October 15, 2012, 11:07 AM — Migrating to a new operating system is a bit like getting ready for a first date. What will she look like? Will he be easy to get along with? Will the two of you be compatible? That last question is the precise question that millions of PC owners must consider on October 26, when they think about upgrading their machines to Windows 8.
The good news: Unlike the painful upgrade that many users experienced when moving from Windows XP to Vista, the move from Windows 7 to 8 should be much easierat least that's what Microsoft is promising. Windows 8 will be backward-compatible with Windows 7, says Microsoft COO Kevin Turner. And PC manufacturers and device makers such as Canon, Epson, and Hewlett-Packard tell PCWorld that they've been working closely with Microsoft to ensure that gear "just works" when plugged in.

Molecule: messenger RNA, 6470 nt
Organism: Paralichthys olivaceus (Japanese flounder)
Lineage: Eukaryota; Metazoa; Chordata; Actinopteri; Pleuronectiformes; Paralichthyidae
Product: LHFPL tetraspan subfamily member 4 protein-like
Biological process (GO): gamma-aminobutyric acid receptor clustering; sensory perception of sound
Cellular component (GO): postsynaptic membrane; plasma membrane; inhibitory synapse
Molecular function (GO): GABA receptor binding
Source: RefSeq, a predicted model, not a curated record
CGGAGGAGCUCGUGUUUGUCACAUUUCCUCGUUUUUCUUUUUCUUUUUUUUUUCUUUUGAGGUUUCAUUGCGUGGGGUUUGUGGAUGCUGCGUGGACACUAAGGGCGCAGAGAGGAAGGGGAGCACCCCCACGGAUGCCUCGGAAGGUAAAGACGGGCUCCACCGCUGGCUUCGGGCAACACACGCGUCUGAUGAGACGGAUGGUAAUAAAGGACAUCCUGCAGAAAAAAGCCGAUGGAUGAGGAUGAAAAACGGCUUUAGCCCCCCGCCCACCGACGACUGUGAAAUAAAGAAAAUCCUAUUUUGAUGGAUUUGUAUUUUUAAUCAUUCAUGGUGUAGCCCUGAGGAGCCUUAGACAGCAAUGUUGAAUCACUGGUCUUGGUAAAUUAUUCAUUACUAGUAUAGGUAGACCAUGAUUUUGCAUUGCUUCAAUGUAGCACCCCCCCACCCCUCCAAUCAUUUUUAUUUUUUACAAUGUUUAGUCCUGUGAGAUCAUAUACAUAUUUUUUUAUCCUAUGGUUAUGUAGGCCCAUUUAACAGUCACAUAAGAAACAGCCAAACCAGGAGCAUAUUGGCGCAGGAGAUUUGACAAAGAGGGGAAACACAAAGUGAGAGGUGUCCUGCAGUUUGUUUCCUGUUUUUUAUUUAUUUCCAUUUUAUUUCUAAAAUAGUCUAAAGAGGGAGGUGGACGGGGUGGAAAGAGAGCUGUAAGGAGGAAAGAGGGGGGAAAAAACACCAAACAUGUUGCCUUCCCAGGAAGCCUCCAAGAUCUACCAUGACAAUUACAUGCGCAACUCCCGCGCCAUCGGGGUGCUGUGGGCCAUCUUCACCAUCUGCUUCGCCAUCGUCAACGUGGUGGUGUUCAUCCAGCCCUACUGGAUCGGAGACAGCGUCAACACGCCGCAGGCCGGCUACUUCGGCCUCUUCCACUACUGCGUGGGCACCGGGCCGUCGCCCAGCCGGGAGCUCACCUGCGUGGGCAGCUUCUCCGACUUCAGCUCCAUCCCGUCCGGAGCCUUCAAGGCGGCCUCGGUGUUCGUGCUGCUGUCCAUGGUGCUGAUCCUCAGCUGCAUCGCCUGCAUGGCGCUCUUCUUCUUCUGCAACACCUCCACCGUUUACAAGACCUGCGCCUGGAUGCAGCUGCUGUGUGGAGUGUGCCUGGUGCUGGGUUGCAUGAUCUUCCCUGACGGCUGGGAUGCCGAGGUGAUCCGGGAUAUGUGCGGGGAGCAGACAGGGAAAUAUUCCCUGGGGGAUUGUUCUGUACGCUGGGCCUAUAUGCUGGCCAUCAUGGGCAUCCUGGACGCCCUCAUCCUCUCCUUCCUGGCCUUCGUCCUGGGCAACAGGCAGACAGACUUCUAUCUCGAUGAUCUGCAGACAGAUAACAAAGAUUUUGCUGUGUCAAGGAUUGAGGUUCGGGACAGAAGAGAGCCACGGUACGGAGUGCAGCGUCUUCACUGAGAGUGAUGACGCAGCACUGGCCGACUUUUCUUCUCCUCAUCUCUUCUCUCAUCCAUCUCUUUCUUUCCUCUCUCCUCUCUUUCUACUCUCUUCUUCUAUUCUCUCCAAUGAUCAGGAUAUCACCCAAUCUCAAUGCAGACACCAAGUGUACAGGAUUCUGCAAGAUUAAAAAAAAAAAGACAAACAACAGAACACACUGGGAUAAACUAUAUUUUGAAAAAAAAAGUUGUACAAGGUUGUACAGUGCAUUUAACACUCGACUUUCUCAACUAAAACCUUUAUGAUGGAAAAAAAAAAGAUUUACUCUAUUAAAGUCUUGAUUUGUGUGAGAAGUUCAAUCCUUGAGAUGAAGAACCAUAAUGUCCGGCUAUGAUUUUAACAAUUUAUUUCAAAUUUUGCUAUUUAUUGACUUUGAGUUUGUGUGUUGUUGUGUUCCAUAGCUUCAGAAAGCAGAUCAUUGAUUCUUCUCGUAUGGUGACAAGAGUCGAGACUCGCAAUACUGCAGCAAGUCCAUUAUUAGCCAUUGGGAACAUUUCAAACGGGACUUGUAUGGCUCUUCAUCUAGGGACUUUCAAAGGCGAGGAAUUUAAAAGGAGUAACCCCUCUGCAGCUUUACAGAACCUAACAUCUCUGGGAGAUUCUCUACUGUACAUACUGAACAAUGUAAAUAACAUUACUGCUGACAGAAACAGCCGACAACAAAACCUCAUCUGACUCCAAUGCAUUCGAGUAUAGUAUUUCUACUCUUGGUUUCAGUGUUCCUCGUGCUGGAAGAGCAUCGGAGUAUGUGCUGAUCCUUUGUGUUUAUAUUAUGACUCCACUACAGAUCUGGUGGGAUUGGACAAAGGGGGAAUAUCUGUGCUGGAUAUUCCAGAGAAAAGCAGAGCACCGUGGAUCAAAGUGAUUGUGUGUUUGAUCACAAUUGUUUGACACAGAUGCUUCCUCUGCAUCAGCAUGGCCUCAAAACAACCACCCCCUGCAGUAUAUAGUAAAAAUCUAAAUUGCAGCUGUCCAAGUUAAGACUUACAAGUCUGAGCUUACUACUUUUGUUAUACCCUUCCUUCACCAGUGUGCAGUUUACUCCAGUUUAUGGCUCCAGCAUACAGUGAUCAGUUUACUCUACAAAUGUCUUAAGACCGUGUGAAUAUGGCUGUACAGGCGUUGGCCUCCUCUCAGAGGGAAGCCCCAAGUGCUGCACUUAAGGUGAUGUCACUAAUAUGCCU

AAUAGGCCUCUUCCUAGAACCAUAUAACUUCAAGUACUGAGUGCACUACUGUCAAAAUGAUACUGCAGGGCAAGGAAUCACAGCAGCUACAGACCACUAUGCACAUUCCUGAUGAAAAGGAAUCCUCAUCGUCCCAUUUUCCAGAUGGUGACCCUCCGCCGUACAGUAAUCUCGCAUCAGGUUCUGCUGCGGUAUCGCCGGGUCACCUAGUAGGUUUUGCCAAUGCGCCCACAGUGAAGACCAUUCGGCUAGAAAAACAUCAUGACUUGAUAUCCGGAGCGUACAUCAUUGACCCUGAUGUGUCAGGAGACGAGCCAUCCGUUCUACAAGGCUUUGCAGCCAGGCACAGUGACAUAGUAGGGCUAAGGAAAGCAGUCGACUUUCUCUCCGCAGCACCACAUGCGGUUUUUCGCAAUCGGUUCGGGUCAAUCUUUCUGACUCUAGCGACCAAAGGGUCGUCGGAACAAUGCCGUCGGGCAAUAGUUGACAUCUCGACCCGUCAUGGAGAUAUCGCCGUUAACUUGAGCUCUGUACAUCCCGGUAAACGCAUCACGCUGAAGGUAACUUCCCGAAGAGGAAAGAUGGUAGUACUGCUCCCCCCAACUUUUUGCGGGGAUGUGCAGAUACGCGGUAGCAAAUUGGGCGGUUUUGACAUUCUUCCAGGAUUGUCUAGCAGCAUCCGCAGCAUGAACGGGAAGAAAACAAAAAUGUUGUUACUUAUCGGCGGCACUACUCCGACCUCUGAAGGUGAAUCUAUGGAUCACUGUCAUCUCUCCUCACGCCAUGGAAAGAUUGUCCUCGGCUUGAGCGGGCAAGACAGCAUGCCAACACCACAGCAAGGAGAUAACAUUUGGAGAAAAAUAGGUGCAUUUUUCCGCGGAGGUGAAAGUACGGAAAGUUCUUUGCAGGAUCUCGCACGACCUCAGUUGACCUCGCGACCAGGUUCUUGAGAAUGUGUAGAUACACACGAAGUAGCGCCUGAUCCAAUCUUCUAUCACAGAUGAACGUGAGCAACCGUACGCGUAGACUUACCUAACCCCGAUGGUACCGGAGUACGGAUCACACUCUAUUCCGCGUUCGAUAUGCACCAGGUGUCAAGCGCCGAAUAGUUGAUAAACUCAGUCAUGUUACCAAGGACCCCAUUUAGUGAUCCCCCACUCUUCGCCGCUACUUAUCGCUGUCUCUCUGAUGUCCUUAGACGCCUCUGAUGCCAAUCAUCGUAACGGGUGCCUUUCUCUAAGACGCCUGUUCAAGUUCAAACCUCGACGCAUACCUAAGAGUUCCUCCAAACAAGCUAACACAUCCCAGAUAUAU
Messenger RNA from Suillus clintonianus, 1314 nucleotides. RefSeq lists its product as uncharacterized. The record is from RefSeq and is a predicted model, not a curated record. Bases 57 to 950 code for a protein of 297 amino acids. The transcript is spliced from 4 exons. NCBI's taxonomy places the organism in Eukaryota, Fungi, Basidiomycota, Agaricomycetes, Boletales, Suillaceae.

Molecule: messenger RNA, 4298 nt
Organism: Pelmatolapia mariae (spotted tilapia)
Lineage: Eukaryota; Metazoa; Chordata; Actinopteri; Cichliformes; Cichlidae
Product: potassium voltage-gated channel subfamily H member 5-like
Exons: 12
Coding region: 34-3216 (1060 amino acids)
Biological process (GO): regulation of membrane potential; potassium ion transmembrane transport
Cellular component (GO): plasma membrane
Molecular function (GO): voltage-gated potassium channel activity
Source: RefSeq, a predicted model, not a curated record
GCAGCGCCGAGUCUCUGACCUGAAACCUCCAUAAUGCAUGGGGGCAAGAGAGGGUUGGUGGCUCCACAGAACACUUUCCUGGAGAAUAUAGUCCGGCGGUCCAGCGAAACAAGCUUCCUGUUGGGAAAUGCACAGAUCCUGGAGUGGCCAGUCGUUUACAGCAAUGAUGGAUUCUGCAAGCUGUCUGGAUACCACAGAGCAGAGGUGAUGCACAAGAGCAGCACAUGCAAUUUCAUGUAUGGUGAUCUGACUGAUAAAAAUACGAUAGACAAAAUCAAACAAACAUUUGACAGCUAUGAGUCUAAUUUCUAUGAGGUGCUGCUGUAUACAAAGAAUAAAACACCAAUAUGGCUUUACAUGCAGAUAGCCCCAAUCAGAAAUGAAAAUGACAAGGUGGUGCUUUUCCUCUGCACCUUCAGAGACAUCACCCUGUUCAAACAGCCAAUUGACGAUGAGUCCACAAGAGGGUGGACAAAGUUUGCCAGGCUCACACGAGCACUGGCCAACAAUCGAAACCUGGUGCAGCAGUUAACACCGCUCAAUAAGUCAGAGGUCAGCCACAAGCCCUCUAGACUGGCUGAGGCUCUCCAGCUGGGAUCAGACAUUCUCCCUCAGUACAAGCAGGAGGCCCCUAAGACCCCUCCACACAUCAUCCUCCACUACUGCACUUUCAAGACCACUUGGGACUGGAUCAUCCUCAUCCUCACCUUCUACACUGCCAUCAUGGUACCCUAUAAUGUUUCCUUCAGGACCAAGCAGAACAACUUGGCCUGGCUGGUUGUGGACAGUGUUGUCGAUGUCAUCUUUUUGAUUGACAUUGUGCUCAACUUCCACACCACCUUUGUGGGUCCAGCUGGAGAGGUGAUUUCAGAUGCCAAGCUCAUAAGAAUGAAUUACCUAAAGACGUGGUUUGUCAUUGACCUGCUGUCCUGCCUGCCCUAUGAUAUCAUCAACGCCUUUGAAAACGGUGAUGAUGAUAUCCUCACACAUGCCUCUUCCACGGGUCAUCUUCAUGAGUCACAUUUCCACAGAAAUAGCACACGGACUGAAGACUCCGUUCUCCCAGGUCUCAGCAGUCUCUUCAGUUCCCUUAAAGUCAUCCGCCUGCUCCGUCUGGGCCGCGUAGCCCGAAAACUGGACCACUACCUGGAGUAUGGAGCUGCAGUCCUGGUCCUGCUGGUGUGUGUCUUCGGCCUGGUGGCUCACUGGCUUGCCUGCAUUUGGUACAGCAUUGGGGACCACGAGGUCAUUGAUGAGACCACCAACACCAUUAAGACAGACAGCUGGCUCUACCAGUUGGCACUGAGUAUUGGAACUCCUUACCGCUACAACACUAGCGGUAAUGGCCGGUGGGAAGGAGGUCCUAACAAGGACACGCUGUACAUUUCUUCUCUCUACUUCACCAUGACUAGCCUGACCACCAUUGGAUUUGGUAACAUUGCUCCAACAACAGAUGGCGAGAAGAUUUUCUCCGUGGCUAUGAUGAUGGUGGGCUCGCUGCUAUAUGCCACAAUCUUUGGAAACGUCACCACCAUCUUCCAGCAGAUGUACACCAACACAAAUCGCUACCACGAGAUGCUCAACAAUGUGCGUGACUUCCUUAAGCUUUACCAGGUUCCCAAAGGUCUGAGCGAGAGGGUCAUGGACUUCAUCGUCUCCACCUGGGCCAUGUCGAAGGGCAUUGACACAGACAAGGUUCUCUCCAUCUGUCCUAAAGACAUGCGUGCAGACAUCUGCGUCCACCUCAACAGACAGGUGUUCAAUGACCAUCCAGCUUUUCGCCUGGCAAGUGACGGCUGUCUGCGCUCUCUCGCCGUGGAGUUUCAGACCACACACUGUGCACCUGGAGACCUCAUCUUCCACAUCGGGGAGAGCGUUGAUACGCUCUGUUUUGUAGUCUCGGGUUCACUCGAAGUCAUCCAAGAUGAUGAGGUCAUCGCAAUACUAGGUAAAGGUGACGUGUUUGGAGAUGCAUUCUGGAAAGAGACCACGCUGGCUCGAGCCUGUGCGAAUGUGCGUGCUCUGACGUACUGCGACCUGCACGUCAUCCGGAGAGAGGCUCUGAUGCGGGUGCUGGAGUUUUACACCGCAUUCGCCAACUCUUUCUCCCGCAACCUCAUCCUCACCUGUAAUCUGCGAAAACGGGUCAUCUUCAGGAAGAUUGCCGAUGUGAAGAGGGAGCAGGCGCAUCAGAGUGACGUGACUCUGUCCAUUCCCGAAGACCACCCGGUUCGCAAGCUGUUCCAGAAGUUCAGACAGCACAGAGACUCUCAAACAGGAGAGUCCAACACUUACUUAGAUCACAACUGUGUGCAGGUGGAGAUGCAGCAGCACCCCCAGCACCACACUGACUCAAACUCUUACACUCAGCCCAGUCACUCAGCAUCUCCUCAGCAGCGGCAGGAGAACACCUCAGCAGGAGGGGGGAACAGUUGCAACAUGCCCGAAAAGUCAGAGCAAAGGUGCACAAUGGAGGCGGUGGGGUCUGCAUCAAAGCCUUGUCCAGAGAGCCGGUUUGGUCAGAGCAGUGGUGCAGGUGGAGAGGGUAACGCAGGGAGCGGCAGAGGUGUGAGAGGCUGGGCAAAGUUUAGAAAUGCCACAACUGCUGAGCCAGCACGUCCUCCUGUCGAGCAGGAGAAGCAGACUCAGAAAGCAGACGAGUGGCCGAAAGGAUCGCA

"Windows 8 ships with more than 450 Hewlett-Packard printing products supported," an HP spokesperson says. HP drivers will be bundled with Windows 8, and, if you can't find the right one for your HP printer directly in the OS, the Windows Update utility should be able to help you track it down. In addition, HP will offer a Printer Install Wizard for anyone who needs extra help.
Nonetheless, Windows 8 presents unique challenges for peripherals that must work with the touch-centric interface found on tablets, hybrids, and other newfangled devices. Will your Windows 8 tablet transfer print jobs to your laser printer problem-free? Will the advanced features on your webcam get hosed in the upgrade?
Surveying the Windows 8 compatibility landscape
PCWorld took an exhaustive look at reports of hardware compatibility and incompatibility with the latest Windows 8 Release Preview. We combed through Microsoft's Compatibility Center for Windows 8 Release Preview database of known problems with printers, scanners, sound cards, webcams, keyboards, and mice. What we found on Microsoft's site was encouraging.
Of the thousands of hardware devices listed there, only a handful of products were tagged as incompatible (see the list near the bottom of this story). The Compatibility Center for Windows 8 Release Preview gathered the data from its own research, but it also considers feedback from Windows 8 Release Preview users.
And now for the bad news...